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How Much Consumption Insurance Beyond Self-Insurance?

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  • Greg Kaplan
  • Giovanni L. Violante

Abstract

We assess the degree of consumption smoothing implicit in a calibrated life-cycle version of the standard incomplete-markets model, and we compare it to the empirical estimates of Blundell et al. (2008) (BPP hereafter). We find that households in the model have access to less consumption-smoothing against permanent earnings shocks than what is measured in the data. BPP estimate that 36% of permanent shocks are insurable (i.e., do not translate into consumption growth), whereas the model's counterpart of the BPP estimator varies between 7% and 22%, depending on the tightness of debt limits. In the model, the age profile of the insurance coefficient is sharply increasing, whereas BPP find no clear age slope in their estimate. Allowing for a plausible degree of "advance information" about future earnings does not reconcile the model-data gap. If earnings shocks display mean reversion, even with very high autocorrelation, then the average degree of consumption smoothing in the model agrees with the BPP empirical estimate, but its age profile remains steep. Finally, we show that the BPP estimator of the true insurance coefficient has, in general, a downward bias that grows as borrowing limits become tighter.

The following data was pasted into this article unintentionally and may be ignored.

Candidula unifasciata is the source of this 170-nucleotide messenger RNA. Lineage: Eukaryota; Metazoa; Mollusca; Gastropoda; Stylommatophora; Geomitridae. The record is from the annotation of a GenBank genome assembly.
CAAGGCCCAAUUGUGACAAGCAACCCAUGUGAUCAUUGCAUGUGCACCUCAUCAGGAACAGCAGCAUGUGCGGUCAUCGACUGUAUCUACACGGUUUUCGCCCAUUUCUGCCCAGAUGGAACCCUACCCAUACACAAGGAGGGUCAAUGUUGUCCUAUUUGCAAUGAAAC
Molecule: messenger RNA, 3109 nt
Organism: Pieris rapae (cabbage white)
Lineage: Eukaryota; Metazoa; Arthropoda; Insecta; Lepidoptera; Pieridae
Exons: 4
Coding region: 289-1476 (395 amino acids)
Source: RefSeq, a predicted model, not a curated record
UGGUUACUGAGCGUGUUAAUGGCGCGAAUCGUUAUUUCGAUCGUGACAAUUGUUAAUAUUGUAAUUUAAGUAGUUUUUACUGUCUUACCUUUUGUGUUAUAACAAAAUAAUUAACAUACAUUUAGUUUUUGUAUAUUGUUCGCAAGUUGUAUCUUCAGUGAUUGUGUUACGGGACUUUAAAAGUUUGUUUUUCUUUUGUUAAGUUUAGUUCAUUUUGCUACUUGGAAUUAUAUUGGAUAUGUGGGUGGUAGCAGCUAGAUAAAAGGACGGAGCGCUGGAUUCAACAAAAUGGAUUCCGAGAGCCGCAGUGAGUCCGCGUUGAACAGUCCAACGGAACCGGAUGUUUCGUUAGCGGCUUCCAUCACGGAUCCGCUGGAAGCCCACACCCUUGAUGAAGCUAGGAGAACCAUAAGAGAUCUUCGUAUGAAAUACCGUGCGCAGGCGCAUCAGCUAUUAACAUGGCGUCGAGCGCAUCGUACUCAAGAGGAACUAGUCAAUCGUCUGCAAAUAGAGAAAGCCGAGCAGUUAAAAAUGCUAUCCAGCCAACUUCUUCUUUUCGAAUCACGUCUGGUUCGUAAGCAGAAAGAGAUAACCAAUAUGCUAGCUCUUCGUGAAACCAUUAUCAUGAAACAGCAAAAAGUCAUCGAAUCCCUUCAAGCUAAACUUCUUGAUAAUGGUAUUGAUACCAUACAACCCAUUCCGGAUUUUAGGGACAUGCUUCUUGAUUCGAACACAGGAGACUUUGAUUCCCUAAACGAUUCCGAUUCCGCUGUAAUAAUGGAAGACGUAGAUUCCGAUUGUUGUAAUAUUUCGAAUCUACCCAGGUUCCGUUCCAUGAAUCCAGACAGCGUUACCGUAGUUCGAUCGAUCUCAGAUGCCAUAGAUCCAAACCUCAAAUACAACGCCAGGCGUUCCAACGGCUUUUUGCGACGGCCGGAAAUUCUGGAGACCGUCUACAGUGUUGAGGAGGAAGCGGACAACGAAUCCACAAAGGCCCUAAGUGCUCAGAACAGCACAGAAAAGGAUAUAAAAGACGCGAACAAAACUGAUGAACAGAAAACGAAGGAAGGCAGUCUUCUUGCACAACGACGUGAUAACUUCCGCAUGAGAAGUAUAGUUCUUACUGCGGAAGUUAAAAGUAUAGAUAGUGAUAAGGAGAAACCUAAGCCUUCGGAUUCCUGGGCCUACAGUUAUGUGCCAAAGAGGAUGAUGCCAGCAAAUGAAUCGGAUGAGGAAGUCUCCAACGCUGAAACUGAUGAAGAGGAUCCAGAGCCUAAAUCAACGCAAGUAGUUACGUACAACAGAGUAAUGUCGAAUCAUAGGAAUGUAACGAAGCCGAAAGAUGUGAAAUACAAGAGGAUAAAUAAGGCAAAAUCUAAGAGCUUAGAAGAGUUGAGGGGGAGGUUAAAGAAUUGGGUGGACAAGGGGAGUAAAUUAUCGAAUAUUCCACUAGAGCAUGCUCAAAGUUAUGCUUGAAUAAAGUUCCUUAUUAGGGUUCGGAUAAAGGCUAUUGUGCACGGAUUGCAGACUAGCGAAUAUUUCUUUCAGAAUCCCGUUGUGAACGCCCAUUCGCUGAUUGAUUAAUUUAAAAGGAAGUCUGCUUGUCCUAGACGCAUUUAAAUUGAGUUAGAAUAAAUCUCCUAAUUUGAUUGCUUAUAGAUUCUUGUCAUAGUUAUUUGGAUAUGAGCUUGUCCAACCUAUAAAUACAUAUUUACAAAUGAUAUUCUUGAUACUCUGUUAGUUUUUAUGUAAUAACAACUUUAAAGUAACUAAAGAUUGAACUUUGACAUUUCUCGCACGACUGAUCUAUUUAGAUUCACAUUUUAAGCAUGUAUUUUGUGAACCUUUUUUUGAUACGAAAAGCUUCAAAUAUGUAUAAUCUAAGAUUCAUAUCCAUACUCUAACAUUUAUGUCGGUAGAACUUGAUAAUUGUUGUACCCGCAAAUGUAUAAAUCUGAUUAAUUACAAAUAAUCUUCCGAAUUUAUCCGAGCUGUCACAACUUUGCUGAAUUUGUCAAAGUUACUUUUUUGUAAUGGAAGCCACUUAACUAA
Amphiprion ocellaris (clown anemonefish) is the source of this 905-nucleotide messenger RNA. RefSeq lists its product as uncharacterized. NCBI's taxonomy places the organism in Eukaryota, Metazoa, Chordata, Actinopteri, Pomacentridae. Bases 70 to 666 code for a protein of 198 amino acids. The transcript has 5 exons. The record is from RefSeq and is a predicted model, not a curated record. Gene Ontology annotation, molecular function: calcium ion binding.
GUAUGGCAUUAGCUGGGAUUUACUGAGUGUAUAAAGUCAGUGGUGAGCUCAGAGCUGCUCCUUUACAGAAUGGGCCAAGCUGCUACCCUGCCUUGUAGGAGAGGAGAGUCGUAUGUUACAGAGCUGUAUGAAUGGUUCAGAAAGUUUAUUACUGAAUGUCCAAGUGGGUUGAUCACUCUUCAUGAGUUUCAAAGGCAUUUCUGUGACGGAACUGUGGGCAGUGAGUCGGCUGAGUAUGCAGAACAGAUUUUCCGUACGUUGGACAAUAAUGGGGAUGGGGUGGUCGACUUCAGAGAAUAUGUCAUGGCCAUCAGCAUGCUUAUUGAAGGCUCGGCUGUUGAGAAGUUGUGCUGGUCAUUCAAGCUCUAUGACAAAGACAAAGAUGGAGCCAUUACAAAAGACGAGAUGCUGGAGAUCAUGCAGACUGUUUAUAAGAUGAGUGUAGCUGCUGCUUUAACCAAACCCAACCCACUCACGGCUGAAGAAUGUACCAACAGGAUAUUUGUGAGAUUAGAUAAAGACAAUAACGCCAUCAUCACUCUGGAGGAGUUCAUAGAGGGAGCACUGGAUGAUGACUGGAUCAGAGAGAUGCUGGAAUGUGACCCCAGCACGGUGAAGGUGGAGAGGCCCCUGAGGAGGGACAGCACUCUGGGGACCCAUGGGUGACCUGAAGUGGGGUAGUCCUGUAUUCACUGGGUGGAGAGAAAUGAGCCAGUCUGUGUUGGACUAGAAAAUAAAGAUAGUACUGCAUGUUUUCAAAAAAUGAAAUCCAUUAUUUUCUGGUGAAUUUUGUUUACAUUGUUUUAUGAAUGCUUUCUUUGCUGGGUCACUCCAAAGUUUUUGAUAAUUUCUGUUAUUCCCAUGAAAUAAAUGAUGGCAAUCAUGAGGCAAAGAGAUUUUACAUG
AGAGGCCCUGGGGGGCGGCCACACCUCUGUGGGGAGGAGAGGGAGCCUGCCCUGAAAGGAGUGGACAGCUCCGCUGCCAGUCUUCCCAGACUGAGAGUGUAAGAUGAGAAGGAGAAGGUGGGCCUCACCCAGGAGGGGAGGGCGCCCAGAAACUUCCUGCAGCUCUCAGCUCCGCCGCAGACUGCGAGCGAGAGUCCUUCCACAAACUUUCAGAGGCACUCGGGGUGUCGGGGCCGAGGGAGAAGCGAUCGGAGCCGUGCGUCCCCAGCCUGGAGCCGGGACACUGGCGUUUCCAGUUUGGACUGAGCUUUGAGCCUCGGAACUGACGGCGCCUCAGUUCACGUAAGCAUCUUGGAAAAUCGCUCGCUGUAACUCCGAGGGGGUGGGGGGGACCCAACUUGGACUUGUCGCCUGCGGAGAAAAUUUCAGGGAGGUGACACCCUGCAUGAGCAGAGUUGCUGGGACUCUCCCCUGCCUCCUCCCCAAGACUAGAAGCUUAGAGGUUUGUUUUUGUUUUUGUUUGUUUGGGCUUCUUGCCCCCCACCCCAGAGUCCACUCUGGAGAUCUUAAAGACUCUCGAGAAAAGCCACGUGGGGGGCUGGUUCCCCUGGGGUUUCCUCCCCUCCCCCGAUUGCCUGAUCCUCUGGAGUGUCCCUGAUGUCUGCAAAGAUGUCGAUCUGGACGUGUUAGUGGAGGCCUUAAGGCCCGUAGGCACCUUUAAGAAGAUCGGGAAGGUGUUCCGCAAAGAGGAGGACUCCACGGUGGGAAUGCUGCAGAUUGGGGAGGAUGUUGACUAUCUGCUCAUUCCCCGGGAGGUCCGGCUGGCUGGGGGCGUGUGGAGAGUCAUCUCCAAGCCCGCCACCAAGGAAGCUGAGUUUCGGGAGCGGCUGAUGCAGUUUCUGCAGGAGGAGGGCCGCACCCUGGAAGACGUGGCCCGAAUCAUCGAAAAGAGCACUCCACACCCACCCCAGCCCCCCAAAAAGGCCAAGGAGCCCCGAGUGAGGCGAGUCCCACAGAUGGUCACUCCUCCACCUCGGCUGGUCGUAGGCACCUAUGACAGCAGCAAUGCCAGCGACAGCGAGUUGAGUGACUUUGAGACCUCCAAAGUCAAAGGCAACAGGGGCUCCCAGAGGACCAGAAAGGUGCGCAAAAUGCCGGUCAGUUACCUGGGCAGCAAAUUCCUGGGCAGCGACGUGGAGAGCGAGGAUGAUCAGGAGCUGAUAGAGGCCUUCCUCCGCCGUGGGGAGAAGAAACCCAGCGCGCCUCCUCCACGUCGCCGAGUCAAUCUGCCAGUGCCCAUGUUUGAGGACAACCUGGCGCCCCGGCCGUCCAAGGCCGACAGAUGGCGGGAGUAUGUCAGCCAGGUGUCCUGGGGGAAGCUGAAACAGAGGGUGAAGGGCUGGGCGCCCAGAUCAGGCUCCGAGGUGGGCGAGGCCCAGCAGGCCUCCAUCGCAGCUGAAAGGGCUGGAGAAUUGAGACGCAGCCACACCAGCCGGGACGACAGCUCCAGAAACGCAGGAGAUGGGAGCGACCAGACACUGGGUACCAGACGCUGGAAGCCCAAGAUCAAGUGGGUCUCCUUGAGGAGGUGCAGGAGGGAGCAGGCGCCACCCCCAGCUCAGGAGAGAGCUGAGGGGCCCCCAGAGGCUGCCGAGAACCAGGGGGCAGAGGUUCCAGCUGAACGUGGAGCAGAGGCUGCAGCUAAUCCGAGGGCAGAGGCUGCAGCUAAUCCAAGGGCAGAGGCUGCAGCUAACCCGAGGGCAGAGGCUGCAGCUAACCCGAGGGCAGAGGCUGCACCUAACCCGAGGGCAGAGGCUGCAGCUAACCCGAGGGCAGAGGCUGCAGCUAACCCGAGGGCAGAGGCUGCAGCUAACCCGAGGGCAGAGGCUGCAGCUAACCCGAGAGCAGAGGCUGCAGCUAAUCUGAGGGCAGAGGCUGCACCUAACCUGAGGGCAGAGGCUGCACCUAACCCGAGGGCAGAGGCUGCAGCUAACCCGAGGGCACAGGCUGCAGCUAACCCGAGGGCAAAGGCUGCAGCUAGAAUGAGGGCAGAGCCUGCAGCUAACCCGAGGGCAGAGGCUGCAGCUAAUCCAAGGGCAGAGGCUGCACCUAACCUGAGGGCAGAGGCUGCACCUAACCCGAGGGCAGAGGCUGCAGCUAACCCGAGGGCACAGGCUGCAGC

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  • Greg Kaplan & Giovanni L. Violante, 2009. "How Much Consumption Insurance Beyond Self-Insurance?," NBER Working Papers 15553, National Bureau of Economic Research, Inc.
  • Handle: RePEc:nbr:nberwo:15553
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    JEL classification:

    • D31 - Microeconomics - - Distribution - - - Personal Income and Wealth Distribution
    • D91 - Microeconomics - - Micro-Based Behavioral Economics - - - Role and Effects of Psychological, Emotional, Social, and Cognitive Factors on Decision Making
    • E21 - Macroeconomics and Monetary Economics - - Consumption, Saving, Production, Employment, and Investment - - - Consumption; Saving; Wealth

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